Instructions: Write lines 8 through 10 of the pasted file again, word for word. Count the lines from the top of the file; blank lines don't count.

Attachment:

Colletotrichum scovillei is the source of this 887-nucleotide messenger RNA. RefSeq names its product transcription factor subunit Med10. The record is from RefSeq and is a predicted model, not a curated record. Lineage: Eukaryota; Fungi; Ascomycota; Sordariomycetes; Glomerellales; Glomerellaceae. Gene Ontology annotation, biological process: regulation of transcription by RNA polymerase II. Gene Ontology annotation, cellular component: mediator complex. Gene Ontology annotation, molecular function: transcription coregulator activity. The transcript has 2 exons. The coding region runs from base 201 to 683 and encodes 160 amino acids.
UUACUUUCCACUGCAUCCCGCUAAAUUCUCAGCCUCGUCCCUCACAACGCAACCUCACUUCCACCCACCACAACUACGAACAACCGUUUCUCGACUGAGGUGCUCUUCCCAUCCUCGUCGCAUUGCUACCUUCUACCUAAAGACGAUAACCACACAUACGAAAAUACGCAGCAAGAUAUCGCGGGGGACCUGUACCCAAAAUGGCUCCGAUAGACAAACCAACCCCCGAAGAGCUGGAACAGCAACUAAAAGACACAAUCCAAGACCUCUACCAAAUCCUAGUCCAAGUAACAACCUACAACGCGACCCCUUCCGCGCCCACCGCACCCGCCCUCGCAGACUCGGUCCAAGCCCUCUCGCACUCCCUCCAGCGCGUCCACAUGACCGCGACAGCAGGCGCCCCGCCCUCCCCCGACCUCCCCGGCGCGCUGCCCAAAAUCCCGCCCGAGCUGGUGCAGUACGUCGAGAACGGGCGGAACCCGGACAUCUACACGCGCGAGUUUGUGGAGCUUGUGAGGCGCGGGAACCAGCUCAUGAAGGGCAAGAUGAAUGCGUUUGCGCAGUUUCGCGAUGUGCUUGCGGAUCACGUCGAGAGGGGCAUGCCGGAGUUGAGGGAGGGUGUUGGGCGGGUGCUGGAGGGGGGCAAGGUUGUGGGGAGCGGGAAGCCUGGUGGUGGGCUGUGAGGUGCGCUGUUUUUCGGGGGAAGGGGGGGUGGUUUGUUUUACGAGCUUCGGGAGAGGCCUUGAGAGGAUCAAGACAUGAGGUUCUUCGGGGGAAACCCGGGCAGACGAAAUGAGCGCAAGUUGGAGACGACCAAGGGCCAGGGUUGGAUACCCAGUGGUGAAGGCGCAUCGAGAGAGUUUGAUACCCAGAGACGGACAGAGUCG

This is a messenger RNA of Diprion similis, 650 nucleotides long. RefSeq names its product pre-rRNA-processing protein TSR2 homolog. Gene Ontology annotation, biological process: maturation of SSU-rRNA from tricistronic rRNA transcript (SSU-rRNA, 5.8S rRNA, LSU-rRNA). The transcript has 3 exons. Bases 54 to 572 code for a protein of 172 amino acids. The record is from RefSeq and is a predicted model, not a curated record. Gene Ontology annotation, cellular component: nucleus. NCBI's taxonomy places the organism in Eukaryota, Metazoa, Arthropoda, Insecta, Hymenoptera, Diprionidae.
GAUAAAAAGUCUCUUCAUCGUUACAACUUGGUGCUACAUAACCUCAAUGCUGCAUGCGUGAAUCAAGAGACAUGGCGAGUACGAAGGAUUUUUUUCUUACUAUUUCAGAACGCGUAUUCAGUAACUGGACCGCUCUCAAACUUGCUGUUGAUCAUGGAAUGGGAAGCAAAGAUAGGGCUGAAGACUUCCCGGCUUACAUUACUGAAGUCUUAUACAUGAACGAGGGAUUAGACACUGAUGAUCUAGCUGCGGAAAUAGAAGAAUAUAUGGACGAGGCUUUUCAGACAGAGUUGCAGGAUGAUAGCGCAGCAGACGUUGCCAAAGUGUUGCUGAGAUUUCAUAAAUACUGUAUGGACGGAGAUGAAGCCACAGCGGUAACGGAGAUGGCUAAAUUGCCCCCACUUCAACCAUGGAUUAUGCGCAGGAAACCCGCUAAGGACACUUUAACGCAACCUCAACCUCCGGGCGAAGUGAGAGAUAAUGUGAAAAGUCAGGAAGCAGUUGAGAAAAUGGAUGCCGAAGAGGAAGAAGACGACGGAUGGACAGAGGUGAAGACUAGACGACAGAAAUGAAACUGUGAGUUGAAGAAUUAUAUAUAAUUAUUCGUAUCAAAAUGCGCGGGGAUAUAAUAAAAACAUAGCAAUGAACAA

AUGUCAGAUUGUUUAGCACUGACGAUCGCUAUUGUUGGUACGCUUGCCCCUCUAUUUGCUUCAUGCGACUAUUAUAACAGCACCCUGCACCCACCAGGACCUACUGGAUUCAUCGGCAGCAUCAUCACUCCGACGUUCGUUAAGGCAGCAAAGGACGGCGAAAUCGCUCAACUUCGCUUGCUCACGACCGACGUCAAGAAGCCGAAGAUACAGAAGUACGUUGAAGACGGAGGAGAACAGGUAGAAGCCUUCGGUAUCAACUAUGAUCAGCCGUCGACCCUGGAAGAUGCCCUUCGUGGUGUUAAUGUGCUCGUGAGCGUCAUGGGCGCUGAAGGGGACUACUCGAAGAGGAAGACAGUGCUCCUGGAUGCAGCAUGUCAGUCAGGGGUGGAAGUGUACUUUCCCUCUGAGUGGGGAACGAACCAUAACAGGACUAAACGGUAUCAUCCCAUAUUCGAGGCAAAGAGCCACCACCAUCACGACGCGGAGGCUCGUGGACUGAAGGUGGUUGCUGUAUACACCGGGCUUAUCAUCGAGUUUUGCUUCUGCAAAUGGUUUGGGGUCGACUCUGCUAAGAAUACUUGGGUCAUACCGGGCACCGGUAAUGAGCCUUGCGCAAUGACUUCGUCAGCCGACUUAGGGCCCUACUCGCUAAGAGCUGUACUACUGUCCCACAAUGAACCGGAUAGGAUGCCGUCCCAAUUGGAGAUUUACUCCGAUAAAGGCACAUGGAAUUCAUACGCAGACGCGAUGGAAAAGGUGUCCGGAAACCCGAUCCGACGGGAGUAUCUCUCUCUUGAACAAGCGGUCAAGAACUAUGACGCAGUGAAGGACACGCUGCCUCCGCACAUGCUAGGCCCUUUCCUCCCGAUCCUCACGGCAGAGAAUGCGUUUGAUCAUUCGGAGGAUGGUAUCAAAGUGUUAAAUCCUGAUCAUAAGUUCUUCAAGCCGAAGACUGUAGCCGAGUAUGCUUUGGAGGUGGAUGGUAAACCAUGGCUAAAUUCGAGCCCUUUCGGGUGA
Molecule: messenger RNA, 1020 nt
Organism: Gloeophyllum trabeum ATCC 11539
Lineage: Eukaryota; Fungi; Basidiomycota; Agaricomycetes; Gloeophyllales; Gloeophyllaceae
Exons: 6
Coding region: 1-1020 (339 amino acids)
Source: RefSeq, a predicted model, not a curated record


Lineage: Eukaryota; Fungi; Basidiomycota; Agaricomycetes; Gloeophyllales; Gloeophyllaceae
Exons: 6
Coding region: 1-1020 (339 amino acids)